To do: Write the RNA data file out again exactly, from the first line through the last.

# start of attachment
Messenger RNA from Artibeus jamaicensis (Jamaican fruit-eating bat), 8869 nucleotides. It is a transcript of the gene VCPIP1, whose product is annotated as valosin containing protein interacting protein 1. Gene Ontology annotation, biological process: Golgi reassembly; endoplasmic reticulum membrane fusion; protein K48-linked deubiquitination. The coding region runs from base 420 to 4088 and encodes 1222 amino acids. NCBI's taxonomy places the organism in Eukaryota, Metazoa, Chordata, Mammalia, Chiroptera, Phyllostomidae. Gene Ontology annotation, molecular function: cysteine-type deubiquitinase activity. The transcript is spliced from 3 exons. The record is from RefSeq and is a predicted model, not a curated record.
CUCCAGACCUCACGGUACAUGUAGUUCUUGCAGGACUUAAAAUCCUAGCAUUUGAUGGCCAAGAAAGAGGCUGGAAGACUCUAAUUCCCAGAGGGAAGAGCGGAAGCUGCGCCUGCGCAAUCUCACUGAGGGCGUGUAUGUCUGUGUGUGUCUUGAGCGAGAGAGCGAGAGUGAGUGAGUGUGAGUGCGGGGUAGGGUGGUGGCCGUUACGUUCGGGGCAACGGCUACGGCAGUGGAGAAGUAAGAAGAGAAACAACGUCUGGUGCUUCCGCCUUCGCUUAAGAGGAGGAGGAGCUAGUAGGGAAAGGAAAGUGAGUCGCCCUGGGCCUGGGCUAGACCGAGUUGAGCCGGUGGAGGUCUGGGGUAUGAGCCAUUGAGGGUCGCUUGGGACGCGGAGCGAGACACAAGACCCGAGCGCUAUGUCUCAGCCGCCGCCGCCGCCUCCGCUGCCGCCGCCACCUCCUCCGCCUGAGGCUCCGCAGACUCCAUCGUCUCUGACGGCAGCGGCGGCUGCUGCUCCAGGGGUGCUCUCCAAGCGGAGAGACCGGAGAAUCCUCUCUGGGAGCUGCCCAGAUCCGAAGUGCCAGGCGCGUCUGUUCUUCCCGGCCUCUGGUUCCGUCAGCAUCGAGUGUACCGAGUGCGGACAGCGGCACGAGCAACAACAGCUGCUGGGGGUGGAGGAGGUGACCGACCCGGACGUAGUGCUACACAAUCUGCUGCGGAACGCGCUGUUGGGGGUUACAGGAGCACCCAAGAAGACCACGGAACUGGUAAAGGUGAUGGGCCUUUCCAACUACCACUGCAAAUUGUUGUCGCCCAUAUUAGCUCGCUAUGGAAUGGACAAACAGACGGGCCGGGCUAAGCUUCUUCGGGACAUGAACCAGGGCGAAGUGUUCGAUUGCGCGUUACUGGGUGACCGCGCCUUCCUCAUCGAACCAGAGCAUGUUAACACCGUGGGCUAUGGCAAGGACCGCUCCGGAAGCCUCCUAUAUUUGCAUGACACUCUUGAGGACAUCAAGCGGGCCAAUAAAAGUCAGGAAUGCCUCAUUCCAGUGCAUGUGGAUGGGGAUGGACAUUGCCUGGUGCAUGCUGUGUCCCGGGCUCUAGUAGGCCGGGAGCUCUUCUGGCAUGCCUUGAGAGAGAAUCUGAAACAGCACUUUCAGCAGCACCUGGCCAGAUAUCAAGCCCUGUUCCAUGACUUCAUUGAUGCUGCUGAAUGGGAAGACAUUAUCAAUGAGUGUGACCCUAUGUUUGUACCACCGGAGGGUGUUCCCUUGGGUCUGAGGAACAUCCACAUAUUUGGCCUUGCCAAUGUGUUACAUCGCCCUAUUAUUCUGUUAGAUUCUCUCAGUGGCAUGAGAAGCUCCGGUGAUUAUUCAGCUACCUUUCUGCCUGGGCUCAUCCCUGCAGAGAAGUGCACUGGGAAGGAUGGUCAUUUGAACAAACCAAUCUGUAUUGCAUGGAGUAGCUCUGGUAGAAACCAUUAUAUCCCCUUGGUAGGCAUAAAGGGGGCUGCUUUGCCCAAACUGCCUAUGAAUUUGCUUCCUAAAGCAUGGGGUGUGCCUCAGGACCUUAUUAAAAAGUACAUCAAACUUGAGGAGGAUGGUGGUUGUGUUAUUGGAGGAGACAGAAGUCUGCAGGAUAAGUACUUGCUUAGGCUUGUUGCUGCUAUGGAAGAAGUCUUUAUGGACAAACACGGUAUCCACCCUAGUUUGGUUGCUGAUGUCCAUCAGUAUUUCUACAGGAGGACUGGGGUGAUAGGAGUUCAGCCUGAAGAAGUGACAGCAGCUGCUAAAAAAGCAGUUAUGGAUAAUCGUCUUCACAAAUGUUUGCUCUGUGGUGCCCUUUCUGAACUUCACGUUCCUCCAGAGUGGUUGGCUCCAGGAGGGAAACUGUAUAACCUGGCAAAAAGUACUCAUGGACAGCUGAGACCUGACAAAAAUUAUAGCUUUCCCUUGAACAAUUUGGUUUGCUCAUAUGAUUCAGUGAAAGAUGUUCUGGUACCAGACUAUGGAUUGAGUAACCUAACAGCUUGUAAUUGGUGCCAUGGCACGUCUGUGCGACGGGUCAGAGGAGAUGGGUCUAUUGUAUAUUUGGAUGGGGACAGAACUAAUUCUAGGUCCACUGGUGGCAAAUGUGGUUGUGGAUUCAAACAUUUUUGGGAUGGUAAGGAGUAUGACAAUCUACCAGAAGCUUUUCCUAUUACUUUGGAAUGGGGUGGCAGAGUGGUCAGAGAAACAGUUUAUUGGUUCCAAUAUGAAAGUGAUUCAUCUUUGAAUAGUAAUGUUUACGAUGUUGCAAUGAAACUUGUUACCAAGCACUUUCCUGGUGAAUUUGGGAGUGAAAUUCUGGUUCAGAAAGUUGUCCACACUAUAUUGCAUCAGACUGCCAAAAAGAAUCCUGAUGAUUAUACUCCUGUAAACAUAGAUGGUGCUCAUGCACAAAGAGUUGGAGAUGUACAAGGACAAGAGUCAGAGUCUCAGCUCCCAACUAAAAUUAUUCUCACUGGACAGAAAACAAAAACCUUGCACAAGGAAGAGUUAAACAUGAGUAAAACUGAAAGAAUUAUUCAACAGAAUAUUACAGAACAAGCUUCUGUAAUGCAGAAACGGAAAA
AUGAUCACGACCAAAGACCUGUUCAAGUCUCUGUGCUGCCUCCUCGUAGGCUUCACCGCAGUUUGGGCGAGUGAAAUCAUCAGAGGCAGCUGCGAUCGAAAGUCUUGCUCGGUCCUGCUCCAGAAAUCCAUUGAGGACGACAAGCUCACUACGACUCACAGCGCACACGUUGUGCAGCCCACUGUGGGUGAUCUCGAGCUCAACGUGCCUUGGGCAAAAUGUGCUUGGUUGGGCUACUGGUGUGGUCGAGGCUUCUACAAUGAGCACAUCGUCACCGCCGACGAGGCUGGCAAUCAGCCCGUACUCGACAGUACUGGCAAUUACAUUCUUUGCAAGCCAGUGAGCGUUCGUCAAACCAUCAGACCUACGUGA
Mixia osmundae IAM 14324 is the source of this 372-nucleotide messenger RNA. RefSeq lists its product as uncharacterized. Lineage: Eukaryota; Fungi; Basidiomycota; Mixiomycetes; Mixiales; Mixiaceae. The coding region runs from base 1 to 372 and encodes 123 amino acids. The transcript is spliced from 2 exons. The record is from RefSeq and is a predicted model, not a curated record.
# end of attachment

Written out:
Messenger RNA from Artibeus jamaicensis (Jamaican fruit-eating bat), 8869 nucleotides. It is a transcript of the gene VCPIP1, whose product is annotated as valosin containing protein interacting protein 1. Gene Ontology annotation, biological process: Golgi reassembly; endoplasmic reticulum membrane fusion; protein K48-linked deubiquitination. The coding region runs from base 420 to 4088 and encodes 1222 amino acids. NCBI's taxonomy places the organism in Eukaryota, Metazoa, Chordata, Mammalia, Chiroptera, Phyllostomidae. Gene Ontology annotation, molecular function: cysteine-type deubiquitinase activity. The transcript is spliced from 3 exons. The record is from RefSeq and is a predicted model, not a curated record.
CUCCAGACCUCACGGUACAUGUAGUUCUUGCAGGACUUAAAAUCCUAGCAUUUGAUGGCCAAGAAAGAGGCUGGAAGACUCUAAUUCCCAGAGGGAAGAGCGGAAGCUGCGCCUGCGCAAUCUCACUGAGGGCGUGUAUGUCUGUGUGUGUCUUGAGCGAGAGAGCGAGAGUGAGUGAGUGUGAGUGCGGGGUAGGGUGGUGGCCGUUACGUUCGGGGCAACGGCUACGGCAGUGGAGAAGUAAGAAGAGAAACAACGUCUGGUGCUUCCGCCUUCGCUUAAGAGGAGGAGGAGCUAGUAGGGAAAGGAAAGUGAGUCGCCCUGGGCCUGGGCUAGACCGAGUUGAGCCGGUGGAGGUCUGGGGUAUGAGCCAUUGAGGGUCGCUUGGGACGCGGAGCGAGACACAAGACCCGAGCGCUAUGUCUCAGCCGCCGCCGCCGCCUCCGCUGCCGCCGCCACCUCCUCCGCCUGAGGCUCCGCAGACUCCAUCGUCUCUGACGGCAGCGGCGGCUGCUGCUCCAGGGGUGCUCUCCAAGCGGAGAGACCGGAGAAUCCUCUCUGGGAGCUGCCCAGAUCCGAAGUGCCAGGCGCGUCUGUUCUUCCCGGCCUCUGGUUCCGUCAGCAUCGAGUGUACCGAGUGCGGACAGCGGCACGAGCAACAACAGCUGCUGGGGGUGGAGGAGGUGACCGACCCGGACGUAGUGCUACACAAUCUGCUGCGGAACGCGCUGUUGGGGGUUACAGGAGCACCCAAGAAGACCACGGAACUGGUAAAGGUGAUGGGCCUUUCCAACUACCACUGCAAAUUGUUGUCGCCCAUAUUAGCUCGCUAUGGAAUGGACAAACAGACGGGCCGGGCUAAGCUUCUUCGGGACAUGAACCAGGGCGAAGUGUUCGAUUGCGCGUUACUGGGUGACCGCGCCUUCCUCAUCGAACCAGAGCAUGUUAACACCGUGGGCUAUGGCAAGGACCGCUCCGGAAGCCUCCUAUAUUUGCAUGACACUCUUGAGGACAUCAAGCGGGCCAAUAAAAGUCAGGAAUGCCUCAUUCCAGUGCAUGUGGAUGGGGAUGGACAUUGCCUGGUGCAUGCUGUGUCCCGGGCUCUAGUAGGCCGGGAGCUCUUCUGGCAUGCCUUGAGAGAGAAUCUGAAACAGCACUUUCAGCAGCACCUGGCCAGAUAUCAAGCCCUGUUCCAUGACUUCAUUGAUGCUGCUGAAUGGGAAGACAUUAUCAAUGAGUGUGACCCUAUGUUUGUACCACCGGAGGGUGUUCCCUUGGGUCUGAGGAACAUCCACAUAUUUGGCCUUGCCAAUGUGUUACAUCGCCCUAUUAUUCUGUUAGAUUCUCUCAGUGGCAUGAGAAGCUCCGGUGAUUAUUCAGCUACCUUUCUGCCUGGGCUCAUCCCUGCAGAGAAGUGCACUGGGAAGGAUGGUCAUUUGAACAAACCAAUCUGUAUUGCAUGGAGUAGCUCUGGUAGAAACCAUUAUAUCCCCUUGGUAGGCAUAAAGGGGGCUGCUUUGCCCAAACUGCCUAUGAAUUUGCUUCCUAAAGCAUGGGGUGUGCCUCAGGACCUUAUUAAAAAGUACAUCAAACUUGAGGAGGAUGGUGGUUGUGUUAUUGGAGGAGACAGAAGUCUGCAGGAUAAGUACUUGCUUAGGCUUGUUGCUGCUAUGGAAGAAGUCUUUAUGGACAAACACGGUAUCCACCCUAGUUUGGUUGCUGAUGUCCAUCAGUAUUUCUACAGGAGGACUGGGGUGAUAGGAGUUCAGCCUGAAGAAGUGACAGCAGCUGCUAAAAAAGCAGUUAUGGAUAAUCGUCUUCACAAAUGUUUGCUCUGUGGUGCCCUUUCUGAACUUCACGUUCCUCCAGAGUGGUUGGCUCCAGGAGGGAAACUGUAUAACCUGGCAAAAAGUACUCAUGGACAGCUGAGACCUGACAAAAAUUAUAGCUUUCCCUUGAACAAUUUGGUUUGCUCAUAUGAUUCAGUGAAAGAUGUUCUGGUACCAGACUAUGGAUUGAGUAACCUAACAGCUUGUAAUUGGUGCCAUGGCACGUCUGUGCGACGGGUCAGAGGAGAUGGGUCUAUUGUAUAUUUGGAUGGGGACAGAACUAAUUCUAGGUCCACUGGUGGCAAAUGUGGUUGUGGAUUCAAACAUUUUUGGGAUGGUAAGGAGUAUGACAAUCUACCAGAAGCUUUUCCUAUUACUUUGGAAUGGGGUGGCAGAGUGGUCAGAGAAACAGUUUAUUGGUUCCAAUAUGAAAGUGAUUCAUCUUUGAAUAGUAAUGUUUACGAUGUUGCAAUGAAACUUGUUACCAAGCACUUUCCUGGUGAAUUUGGGAGUGAAAUUCUGGUUCAGAAAGUUGUCCACACUAUAUUGCAUCAGACUGCCAAAAAGAAUCCUGAUGAUUAUACUCCUGUAAACAUAGAUGGUGCUCAUGCACAAAGAGUUGGAGAUGUACAAGGACAAGAGUCAGAGUCUCAGCUCCCAACUAAAAUUAUUCUCACUGGACAGAAAACAAAAACCUUGCACAAGGAAGAGUUAAACAUGAGUAAAACUGAAAGAAUUAUUCAACAGAAUAUUACAGAACAAGCUUCUGUAAUGCAGAAACGGAAAA
AUGAUCACGACCAAAGACCUGUUCAAGUCUCUGUGCUGCCUCCUCGUAGGCUUCACCGCAGUUUGGGCGAGUGAAAUCAUCAGAGGCAGCUGCGAUCGAAAGUCUUGCUCGGUCCUGCUCCAGAAAUCCAUUGAGGACGACAAGCUCACUACGACUCACAGCGCACACGUUGUGCAGCCCACUGUGGGUGAUCUCGAGCUCAACGUGCCUUGGGCAAAAUGUGCUUGGUUGGGCUACUGGUGUGGUCGAGGCUUCUACAAUGAGCACAUCGUCACCGCCGACGAGGCUGGCAAUCAGCCCGUACUCGACAGUACUGGCAAUUACAUUCUUUGCAAGCCAGUGAGCGUUCGUCAAACCAUCAGACCUACGUGA
Mixia osmundae IAM 14324 is the source of this 372-nucleotide messenger RNA. RefSeq lists its product as uncharacterized. Lineage: Eukaryota; Fungi; Basidiomycota; Mixiomycetes; Mixiales; Mixiaceae. The coding region runs from base 1 to 372 and encodes 123 amino acids. The transcript is spliced from 2 exons. The record is from RefSeq and is a predicted model, not a curated record.